Genoa, the home port of the Andrea Doria, produced two of the world’s greatest sea captains:  Christopher Columbus and Andrea Doria (1468-1560).  While Columbus famously went off in search of new sea routes, Doria stayed home and fought the Spanish, French, and Barbary pirates.  One of the most cunning fighting men and politicians of his day, Andrea Doria, who is credited as the first man to discover how to sail against the wind, became Admiral of the Genoese Fleet and ultimately the “father of his country.”  Like that of the Borghese, the name of Doria lived on through the centuries as one of the great family names of Italy and it was to Andrea Doria that the Italia Line returned when choosing a name fitting for the great ship it had designed after the second World War.

The Andrea Doria under construction.

The keel of the Andrea Doria (No. 918) was laid down on the Number 1 slipway at Ansaldo’s Sestri Ponente yards on February 9, 1950.  Planned for launching on June 10, 1951, it was six days later when Italy’s first postwar North Atlantic liner slid down the Ansaldo ways.  Prior to the launching, the ship was blessed by His Eminence Cardinal Siri, Archbishop of Genoa, and christened by Signora Giuseppina Saragat, wife of the former Minister of the Italian Merchant Marine.  By June 23, she was in the fitting-out basin and expected to be ready “by next summer.”  However, decorating the interior of this ship consumed another eighteen months, and it was not until November 6, 1952, that the Andrea Doria left Sestri Ponente for her preliminary engine trials.  Nine days later, amid reports of machinery problems, her maiden voyage was rescheduled from December 14, 1952, to January 14, 1953.

During the acceptance trials from December 3-9, Andrea Doria maintained a speed of 25.3 knots for six hours with a top speed of 26.218 knots.  Any earlier defects had been corrected and her performance was eminently satisfactory.  The Andrea Doria returned to Genoa at 11:20pm on the December 9 and was formally handed over on December 19, one of the proudest days in the history of the Societa de Navigazione Italia (Italia Line).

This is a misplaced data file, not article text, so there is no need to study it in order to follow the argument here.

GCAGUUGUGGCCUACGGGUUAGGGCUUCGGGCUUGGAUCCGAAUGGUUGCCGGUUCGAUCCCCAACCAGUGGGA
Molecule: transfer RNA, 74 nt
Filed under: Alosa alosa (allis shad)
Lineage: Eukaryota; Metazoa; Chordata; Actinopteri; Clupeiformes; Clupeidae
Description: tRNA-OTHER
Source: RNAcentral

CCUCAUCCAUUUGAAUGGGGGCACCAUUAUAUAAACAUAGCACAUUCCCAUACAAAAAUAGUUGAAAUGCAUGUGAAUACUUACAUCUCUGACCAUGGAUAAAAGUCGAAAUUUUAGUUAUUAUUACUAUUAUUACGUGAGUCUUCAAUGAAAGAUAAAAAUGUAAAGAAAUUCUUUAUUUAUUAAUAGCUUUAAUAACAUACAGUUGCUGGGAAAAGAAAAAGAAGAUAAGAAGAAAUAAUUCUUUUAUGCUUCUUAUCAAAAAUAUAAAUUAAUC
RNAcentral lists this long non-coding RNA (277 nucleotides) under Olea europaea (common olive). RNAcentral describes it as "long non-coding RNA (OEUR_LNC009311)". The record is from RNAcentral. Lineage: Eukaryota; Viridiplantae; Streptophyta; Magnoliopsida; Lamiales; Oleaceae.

“First of all, a ship that is worthy of the name must be a SHIP.  She must be able to function as a huge machine…to provide light and heat and numerous essential hotel services to her passengers.  She must be able to cleave the ocean waves efficiently and safely, no matter what the weather conditions.  She must get her passengers where they want to go with reasonable dispatch, adhering to a schedule announced in advance.

But today a ship must be more than that.  For a period of her voyage she must be a whole way of life for her passengers.  She must provide them with an experience that will somehow be different and better than a comparable experience they could have anywhere else.  This experience must be one they will enjoy while they have it…and one they will never forget as long as they live.

The Andrea Doria is, we think, unique.  She was designed to be a huge, completely efficient machine, a real ship.  She was also designed as a living testament to the importance of beauty in the everyday world.”

The Italia Line, in designing this ship, which was to mark the rebirth of the Italian merchant marine after the second World War, decided wisely not to compete with the United States and Britain for size and speed of their ships.  Instead the Andrea Doria was imbued with Italy’s matchless heritage of beauty, art, and design.  But the 29,083 gross ton ship, 696.5 feet long and 89.9 feet wide, was no slowpoke.  She was among the fastest ships in the world.  The Andrea Doria’s capacity was rated for 218 First class, 320 Cabin class, and 703 Tourist class passengers, as well as 563 officers and crew.